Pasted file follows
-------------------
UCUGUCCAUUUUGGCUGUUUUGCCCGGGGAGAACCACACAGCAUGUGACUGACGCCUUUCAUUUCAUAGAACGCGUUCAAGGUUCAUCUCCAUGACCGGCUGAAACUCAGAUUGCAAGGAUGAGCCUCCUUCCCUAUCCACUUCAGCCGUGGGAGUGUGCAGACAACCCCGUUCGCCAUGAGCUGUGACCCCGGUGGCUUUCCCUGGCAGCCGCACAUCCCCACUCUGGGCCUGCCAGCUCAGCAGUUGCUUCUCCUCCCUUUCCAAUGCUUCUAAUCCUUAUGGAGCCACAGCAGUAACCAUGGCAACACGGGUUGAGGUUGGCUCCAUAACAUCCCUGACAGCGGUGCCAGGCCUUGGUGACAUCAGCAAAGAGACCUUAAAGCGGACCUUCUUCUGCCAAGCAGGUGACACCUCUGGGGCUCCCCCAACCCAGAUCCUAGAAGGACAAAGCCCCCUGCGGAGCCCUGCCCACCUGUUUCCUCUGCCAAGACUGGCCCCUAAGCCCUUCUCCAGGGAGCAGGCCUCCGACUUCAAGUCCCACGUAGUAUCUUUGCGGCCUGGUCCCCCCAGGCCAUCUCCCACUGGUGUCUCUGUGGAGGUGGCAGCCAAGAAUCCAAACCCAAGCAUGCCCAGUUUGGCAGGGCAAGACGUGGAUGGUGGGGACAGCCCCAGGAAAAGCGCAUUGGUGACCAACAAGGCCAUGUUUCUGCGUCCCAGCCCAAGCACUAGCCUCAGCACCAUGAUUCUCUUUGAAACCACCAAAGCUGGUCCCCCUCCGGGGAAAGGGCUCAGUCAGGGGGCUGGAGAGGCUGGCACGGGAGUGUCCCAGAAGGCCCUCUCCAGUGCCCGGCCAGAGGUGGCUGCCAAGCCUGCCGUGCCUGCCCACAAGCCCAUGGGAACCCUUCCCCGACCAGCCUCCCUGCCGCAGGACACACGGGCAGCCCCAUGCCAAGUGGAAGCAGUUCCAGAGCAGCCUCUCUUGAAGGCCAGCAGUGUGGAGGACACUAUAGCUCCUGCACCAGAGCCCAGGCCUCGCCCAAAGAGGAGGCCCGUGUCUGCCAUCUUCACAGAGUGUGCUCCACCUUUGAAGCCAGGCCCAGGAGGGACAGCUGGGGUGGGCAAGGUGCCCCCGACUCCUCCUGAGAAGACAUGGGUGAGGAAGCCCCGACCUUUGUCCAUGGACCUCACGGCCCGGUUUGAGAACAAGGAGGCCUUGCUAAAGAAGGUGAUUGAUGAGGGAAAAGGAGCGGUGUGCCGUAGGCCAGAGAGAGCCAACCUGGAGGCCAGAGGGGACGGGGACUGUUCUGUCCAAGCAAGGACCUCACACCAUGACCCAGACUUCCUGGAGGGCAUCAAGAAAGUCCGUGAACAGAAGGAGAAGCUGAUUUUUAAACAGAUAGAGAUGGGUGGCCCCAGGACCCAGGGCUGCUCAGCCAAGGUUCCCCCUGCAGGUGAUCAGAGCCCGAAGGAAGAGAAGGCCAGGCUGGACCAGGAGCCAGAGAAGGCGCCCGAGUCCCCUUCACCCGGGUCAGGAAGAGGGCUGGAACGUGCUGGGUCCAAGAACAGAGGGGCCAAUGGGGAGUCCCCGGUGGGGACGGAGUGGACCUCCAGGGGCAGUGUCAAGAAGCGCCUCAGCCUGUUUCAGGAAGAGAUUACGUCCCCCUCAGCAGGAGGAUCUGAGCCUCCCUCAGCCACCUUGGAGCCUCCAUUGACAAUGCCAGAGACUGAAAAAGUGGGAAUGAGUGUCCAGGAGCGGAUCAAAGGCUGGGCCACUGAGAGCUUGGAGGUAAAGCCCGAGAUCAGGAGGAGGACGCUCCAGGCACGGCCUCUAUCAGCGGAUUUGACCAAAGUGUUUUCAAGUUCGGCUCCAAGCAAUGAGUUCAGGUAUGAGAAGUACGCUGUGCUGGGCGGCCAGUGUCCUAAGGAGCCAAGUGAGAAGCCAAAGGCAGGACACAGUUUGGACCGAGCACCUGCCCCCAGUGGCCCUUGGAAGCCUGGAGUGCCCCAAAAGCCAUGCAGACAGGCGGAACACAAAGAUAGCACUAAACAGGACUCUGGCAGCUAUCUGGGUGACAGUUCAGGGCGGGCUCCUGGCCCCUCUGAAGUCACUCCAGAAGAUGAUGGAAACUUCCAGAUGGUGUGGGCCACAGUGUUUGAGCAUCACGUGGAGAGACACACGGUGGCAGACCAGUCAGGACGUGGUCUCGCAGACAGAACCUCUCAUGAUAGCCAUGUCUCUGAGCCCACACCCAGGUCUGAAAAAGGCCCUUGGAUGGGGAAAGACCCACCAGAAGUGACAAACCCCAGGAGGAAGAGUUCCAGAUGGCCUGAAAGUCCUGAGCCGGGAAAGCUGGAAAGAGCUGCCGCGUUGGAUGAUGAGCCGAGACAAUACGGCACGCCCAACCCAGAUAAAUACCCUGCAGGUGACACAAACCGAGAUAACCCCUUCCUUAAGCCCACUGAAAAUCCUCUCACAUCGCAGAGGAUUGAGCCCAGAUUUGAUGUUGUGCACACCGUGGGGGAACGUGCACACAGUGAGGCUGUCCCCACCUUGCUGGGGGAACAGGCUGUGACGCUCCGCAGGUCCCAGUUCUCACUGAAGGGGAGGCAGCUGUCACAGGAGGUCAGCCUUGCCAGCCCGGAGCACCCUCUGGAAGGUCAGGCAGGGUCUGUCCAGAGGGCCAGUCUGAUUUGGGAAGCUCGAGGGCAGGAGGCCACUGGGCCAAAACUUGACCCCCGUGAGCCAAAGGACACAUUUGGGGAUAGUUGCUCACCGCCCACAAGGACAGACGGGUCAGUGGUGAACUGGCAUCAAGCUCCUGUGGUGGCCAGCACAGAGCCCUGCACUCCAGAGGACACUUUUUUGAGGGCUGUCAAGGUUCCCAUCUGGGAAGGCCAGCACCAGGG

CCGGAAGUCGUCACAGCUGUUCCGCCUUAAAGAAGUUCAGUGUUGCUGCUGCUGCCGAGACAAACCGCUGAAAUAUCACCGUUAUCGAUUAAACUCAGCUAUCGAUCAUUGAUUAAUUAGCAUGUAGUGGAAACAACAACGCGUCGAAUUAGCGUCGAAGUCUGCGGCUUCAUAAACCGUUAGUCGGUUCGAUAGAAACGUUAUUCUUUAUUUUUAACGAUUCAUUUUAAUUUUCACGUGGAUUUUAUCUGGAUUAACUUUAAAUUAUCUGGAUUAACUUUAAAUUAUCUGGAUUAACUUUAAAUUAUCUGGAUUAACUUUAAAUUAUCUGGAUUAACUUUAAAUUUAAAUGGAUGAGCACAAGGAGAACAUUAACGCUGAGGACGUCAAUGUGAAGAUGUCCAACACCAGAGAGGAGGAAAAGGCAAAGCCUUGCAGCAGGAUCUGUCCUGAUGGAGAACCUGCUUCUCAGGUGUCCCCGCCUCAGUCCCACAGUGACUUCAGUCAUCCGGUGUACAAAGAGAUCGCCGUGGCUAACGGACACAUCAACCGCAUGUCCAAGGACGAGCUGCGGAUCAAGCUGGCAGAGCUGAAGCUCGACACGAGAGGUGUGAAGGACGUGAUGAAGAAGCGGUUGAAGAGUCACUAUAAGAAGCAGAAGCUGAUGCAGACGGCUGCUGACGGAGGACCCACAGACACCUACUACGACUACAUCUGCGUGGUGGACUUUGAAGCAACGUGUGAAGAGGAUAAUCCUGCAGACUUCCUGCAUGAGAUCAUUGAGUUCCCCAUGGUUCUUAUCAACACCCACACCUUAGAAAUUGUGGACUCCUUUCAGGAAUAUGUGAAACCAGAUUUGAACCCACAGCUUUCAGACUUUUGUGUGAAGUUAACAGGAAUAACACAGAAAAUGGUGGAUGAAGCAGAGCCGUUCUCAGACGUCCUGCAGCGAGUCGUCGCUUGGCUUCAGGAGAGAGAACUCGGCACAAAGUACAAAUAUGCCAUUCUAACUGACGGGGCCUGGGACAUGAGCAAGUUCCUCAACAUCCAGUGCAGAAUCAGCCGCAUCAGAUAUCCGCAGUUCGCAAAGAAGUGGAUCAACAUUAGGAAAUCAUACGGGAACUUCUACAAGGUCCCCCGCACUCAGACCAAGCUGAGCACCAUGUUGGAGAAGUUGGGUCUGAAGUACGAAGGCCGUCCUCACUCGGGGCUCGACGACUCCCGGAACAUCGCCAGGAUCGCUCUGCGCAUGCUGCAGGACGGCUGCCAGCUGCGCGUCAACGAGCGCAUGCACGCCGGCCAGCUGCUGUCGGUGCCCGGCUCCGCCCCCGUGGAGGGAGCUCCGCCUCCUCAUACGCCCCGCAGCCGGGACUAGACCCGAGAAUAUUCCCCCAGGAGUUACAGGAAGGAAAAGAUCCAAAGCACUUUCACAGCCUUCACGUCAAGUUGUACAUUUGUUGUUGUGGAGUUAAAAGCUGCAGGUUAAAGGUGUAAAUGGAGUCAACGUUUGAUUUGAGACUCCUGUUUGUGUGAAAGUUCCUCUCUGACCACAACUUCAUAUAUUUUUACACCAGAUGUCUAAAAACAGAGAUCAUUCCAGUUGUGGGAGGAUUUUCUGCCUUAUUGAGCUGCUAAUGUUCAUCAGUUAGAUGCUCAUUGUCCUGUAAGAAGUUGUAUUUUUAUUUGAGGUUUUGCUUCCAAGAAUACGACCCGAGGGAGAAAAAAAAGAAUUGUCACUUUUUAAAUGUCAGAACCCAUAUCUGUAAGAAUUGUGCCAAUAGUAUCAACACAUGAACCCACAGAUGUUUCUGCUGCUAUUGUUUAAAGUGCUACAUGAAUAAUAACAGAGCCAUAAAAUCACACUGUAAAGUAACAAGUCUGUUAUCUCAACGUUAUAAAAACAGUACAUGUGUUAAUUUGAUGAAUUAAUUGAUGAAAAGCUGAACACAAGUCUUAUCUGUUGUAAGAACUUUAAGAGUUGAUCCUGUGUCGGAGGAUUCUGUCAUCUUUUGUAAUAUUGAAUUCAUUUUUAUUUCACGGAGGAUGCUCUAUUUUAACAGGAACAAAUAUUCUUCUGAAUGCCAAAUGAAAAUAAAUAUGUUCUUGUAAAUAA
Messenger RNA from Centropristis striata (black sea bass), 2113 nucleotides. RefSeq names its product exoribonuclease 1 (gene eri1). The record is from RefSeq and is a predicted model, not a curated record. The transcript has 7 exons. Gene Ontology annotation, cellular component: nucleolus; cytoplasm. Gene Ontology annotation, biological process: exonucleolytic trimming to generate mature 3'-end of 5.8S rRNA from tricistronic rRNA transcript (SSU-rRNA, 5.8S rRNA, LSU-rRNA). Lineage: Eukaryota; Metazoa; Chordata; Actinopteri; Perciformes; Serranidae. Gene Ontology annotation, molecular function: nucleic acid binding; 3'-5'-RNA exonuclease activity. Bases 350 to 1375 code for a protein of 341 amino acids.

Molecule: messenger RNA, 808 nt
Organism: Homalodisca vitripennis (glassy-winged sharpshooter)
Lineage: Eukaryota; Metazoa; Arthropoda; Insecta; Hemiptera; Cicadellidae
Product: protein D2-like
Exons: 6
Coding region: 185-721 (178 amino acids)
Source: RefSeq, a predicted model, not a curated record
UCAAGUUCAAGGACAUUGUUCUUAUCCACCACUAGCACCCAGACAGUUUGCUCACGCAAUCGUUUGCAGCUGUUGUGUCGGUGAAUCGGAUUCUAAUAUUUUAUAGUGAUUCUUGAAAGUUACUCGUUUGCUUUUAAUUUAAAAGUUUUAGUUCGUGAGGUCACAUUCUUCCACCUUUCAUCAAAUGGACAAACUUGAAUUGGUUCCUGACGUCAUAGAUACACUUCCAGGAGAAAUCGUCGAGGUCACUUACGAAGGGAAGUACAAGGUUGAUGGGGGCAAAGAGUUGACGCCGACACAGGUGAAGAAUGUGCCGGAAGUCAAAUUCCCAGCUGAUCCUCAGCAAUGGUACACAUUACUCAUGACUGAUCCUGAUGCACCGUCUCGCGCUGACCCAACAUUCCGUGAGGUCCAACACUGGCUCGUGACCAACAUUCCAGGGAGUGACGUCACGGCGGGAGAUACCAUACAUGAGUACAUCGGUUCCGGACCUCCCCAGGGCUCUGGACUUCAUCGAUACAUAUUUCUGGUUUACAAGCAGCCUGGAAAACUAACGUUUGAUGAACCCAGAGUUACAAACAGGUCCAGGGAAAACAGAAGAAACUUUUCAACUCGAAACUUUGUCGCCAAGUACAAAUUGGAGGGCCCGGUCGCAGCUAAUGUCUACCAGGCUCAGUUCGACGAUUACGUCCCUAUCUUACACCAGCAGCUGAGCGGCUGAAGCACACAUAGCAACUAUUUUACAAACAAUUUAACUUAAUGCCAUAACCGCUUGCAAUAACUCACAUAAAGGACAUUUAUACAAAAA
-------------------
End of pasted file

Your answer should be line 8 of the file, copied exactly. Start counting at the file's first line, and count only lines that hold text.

Exons: 6